3. Automated Annotation of Question-Answer Datasets

Another key use case — and the one we will focus on in this article — is question generation in the context of annotation. Annotating datasets is an arduous and expensive process that often requires human annotators to manually label every data point. At the same time, representative and high-quality datasets are central to machine learning: not only do they allow you to build models that can generalize, but they’re also needed to evaluate your system’s performance.

Using the Question Generator to extract questions from documents can save annotators a lot of time. With the questions automatically generated, annotators only need to check on question quality. These professionals keep relevant and well-formed questions, but discard or correct the irrelevant or ill-formed ones. In this workflow, the annotators then manually mark answer passages to the generated questions. However, by combining the Question Generator with the Reader, you can automate the answer span labelling as well — as our example below will demonstrate.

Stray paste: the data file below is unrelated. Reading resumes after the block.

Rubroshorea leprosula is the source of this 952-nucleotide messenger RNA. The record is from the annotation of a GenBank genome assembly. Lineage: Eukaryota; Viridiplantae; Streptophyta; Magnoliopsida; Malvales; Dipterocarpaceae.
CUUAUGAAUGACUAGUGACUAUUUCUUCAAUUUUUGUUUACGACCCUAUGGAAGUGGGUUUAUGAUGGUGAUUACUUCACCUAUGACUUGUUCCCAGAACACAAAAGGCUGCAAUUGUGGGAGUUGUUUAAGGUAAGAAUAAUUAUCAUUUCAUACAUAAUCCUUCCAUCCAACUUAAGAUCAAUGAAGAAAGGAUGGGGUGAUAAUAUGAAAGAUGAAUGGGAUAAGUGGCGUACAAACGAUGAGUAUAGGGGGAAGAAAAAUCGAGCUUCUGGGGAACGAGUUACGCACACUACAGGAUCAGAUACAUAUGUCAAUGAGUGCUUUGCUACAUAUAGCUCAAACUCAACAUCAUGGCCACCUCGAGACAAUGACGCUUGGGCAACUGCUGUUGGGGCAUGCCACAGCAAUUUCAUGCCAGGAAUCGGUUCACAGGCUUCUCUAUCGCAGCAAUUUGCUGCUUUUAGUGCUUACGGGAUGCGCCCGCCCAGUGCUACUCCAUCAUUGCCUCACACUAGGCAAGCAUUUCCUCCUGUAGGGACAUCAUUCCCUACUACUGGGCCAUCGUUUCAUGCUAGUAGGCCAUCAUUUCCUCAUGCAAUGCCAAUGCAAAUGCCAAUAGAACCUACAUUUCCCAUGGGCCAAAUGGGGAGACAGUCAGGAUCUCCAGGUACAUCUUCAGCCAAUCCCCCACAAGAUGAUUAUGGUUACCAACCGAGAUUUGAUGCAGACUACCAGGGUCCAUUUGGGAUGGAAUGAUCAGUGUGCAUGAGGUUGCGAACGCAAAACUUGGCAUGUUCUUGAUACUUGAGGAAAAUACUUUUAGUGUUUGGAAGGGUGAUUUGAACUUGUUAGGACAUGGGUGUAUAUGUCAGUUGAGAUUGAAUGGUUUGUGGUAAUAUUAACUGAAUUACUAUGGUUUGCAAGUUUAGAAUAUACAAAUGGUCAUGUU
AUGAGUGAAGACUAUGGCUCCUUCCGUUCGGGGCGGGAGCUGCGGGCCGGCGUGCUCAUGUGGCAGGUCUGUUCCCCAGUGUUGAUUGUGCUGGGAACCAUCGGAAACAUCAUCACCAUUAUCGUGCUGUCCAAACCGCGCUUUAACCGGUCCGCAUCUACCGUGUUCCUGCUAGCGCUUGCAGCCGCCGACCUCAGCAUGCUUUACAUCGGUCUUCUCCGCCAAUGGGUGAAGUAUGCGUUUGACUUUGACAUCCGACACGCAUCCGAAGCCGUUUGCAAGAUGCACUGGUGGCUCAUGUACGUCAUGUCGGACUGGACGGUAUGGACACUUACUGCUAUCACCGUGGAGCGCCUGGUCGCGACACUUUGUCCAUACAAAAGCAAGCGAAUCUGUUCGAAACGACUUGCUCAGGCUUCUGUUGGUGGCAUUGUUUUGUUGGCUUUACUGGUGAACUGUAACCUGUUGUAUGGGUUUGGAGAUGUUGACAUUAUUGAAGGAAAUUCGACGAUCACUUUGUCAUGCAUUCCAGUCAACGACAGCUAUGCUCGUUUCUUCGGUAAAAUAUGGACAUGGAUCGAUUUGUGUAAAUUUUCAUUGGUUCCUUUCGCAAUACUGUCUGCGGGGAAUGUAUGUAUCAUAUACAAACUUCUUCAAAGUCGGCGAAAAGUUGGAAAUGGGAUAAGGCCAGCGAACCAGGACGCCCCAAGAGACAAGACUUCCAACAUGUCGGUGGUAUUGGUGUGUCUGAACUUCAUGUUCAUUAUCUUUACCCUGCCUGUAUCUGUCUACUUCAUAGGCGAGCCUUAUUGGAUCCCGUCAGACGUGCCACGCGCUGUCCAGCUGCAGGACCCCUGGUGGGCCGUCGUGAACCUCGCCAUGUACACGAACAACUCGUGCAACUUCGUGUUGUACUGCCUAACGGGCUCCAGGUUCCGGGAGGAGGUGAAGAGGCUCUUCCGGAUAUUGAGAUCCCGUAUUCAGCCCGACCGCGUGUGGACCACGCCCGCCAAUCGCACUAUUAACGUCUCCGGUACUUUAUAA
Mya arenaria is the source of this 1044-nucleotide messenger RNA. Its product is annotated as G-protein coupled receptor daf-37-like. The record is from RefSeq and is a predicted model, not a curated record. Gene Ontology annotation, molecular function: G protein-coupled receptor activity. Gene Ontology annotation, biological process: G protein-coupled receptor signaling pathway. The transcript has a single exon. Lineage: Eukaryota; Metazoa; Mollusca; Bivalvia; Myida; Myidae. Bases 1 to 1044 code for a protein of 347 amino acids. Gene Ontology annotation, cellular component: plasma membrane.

How Does Haystack’s Question Generator Work?

The Question Generator uses a Transformer-based language model trained on a large number of question-answer pairs. The default model is a version of the T5 model, which excels at creating questions from general-domain texts. If your documents come from a specialized domain — say, law or medicine — or are in a language other than English, you can plug in a different model. The Hugging Face model hub is a good place for finding models for a variety of use cases.

Using the Question Generator is straightforward. We first import the class and initialize it:

from haystack.nodes import QuestionGenerator

question_generator = QuestionGenerator(model_name_or_path=”valhalla/t5-base-e2e-qg”)

We then create a text snippet from which to generate questions:

text = “””Macaroni and cheese is a dish of macaroni that is covered in a cheese sauce. It can be bought packaged. It was introduced in America by Thomas Jefferson’s enslaved chef, James Hemings, in 1803.”””

Finally, we run the question generator on our text:


>>> [‘ What is a dish of macaroni that is covered in a cheese sauce?’,
‘ When was macaroni and cheese introduced in America?’,